is returned in the int pointed to by
.IR arg .
This is the preferred method of non-blocking I/O (checking for the presence
of characters without waiting for them).
.IP "\fBstruct tchars\fR"
The second structure associated with a terminal defines special
characters. The structure is defined in <sys/ioctl.h> which is
automatically included by <sgtty.h>:
struct tchars {
char t_intrc; /* interrupt */
char t_quitc; /* quit */
char t_startc; /* start output */
char t_stopc; /* stop output */
char t_eofc; /* end-of-file */
char t_brkc; /* input delimiter (like nl) */
The default values for these characters are ^C, ^\, ^Q, ^S, ^D and -1
respectively. A value of -1 for any of the characters means that the
effect of that character is ignored. The stop and start characters may
be the same to produce a 'toggle' effect. It is not recommended to set
any of the other characters to the same values; the order in which the
special characters are checked is not defined, and the results you get
may not be what was expected.
The ioctl calls that apply to tchars are:
Returns the special characters settings in the tchars structure pointed to by
.IR arg .
The special characters are set according to tchars structure pointed to by
.IR arg .
.IP "\fBLocal Mode\fR"
The third "structure" in the terminal interface is a local mode word;
.IR arg
points to an int variable, which is broken up into bitfields.
.\" From the GNO v2.0.1 man page:
.\" None of the options are currently implemented for the console driver.
.\" Other drivers may implement them; see the appropriate manpages for
.\" details.
The various bitfields in this word are as follows:
LCRTBS 0x0001 Backspace on erase rather than echoing erase
LPRTERA 0x0002 Printing terminal erase mode
LCRTERA 0x0004 Erase character echoes as backspace-space-backspace
LTILDE 0x0008 Convert ~ to ` on output (for Hazeltine terminals)
LMDMBUF 0x0010 Stop/start output when carrier drops
LLITOUT 0x0020 Suppress output translations
LTOSTOP 0x0040 Send SIGTTOU for background output (not implemented)
LFLUSHO 0x0080 Output is being flushed
LNOHANG 0x0100 Don't send hangup when carrier drops
LPASSOUT 0x0200 Cooked mode with 8-bit output
LCRTKIL 0x0400 BS-space-BS erase entire line on line kill
LPASS8 0x0800 Pass all 8 bits through on input, in any mode
LCTLECH 0x1000 Echo input control chars as ^?
LPENDIN 0x2000 Retype pending input at next read or input character
LDECCTQ 0x4000 Only ^Q restarts output after ^S
LNOFLSH 0x8000 Inhibit flushing of pending I/O when intr char is typed
The ioctl's used to access the local mode follow. In all cases
.IR arg
is a pointer to an int.
The bits of the local mode word specified by `1' bits in the argument are set;
this operation is a bit-wise OR.
The bits of the local mode word specified by `1' bits in the argument are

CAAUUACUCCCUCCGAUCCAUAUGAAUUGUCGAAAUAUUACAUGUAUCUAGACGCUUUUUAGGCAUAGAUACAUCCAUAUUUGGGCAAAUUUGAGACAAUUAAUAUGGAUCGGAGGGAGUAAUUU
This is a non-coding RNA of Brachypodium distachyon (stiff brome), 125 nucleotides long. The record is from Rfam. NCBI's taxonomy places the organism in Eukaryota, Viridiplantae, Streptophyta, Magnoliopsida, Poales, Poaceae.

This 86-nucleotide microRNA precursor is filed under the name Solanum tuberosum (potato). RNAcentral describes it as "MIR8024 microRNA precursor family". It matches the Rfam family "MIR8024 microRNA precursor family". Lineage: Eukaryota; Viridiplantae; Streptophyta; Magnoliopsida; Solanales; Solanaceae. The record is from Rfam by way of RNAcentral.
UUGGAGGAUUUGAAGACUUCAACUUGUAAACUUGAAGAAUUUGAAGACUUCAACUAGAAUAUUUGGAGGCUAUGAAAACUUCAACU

cleared; this operation ANDs the local mode with the bitwise negation of
the argument.
Sets the local mode word to the value of the argument.
Returns the local mode word in the int pointed to by arg.
.IP "\fBstruct ltchars\fR"
The fourth terminal structure is another set of special
characters. The structure is named ltchars (for Local Special Characters)
and is again defined in <ioctl.h>.
struct ltchars {
char t_suspc; /* stop process signal */
char t_dsuspc; /* delayed stop process signal */
char t_rprntc; /* reprint line */
char t_flushc; /* flush output (toggles) */
char t_werasc; /* word erase */
char t_lnextc; /* literal next character */
Defaults for these characters are ^Z, ^Y, ^R, ^O, ^W, and ^V.
As with tchars, a value of -1 disables the effect of that character.
Only t_suspc is currently implemented for the console driver.
The applicable ioctl functions are:
sets the local characters according to the ltchars structure pointed to by
.IR arg .
retreives the local characters, storing them in the ltchars structure
pointed to by
.IR arg .
.IP "\fBstruct winsize\fR"
The fifth structure associated with terminals is the winsize struct.
Provision is made in the kernel for storage of the current window or terminal
size along with the other terminal information. This info is
recorded in a winsize structure, and is defined in <ioctl.h>:
struct winsize {
unsigned short ws_row; /* rows, in characters */
unsigned short ws_col; /* columns, in characters */
unsigned short ws_xpixel; /* horizontal size, pixels */
unsigned short ws_ypixel; /* vertical size, pixels */
A '0' in a field indicates that the field value is undefined. '0' is
the default when a terminal is first opened. These values are not used
by the terminal driver itself; rather, they are for the benefit of
applications. The ioctl calls for winsize are:
Returns the window size parameters in the provided winsize structure.
Sets the window size parameters. If any of the values differ from the
old ones, a SIGWINCH signal is sent to the terminal's process group.
.BR ".tty"
.BR ".ttyco" " (console driver)"
.BR ".tty*" " (user-installed drivers)"
.IR "GNO Shell Reference Manual" ,
.BR stty (1),
.BR ioctl(2),
.BR signal(2)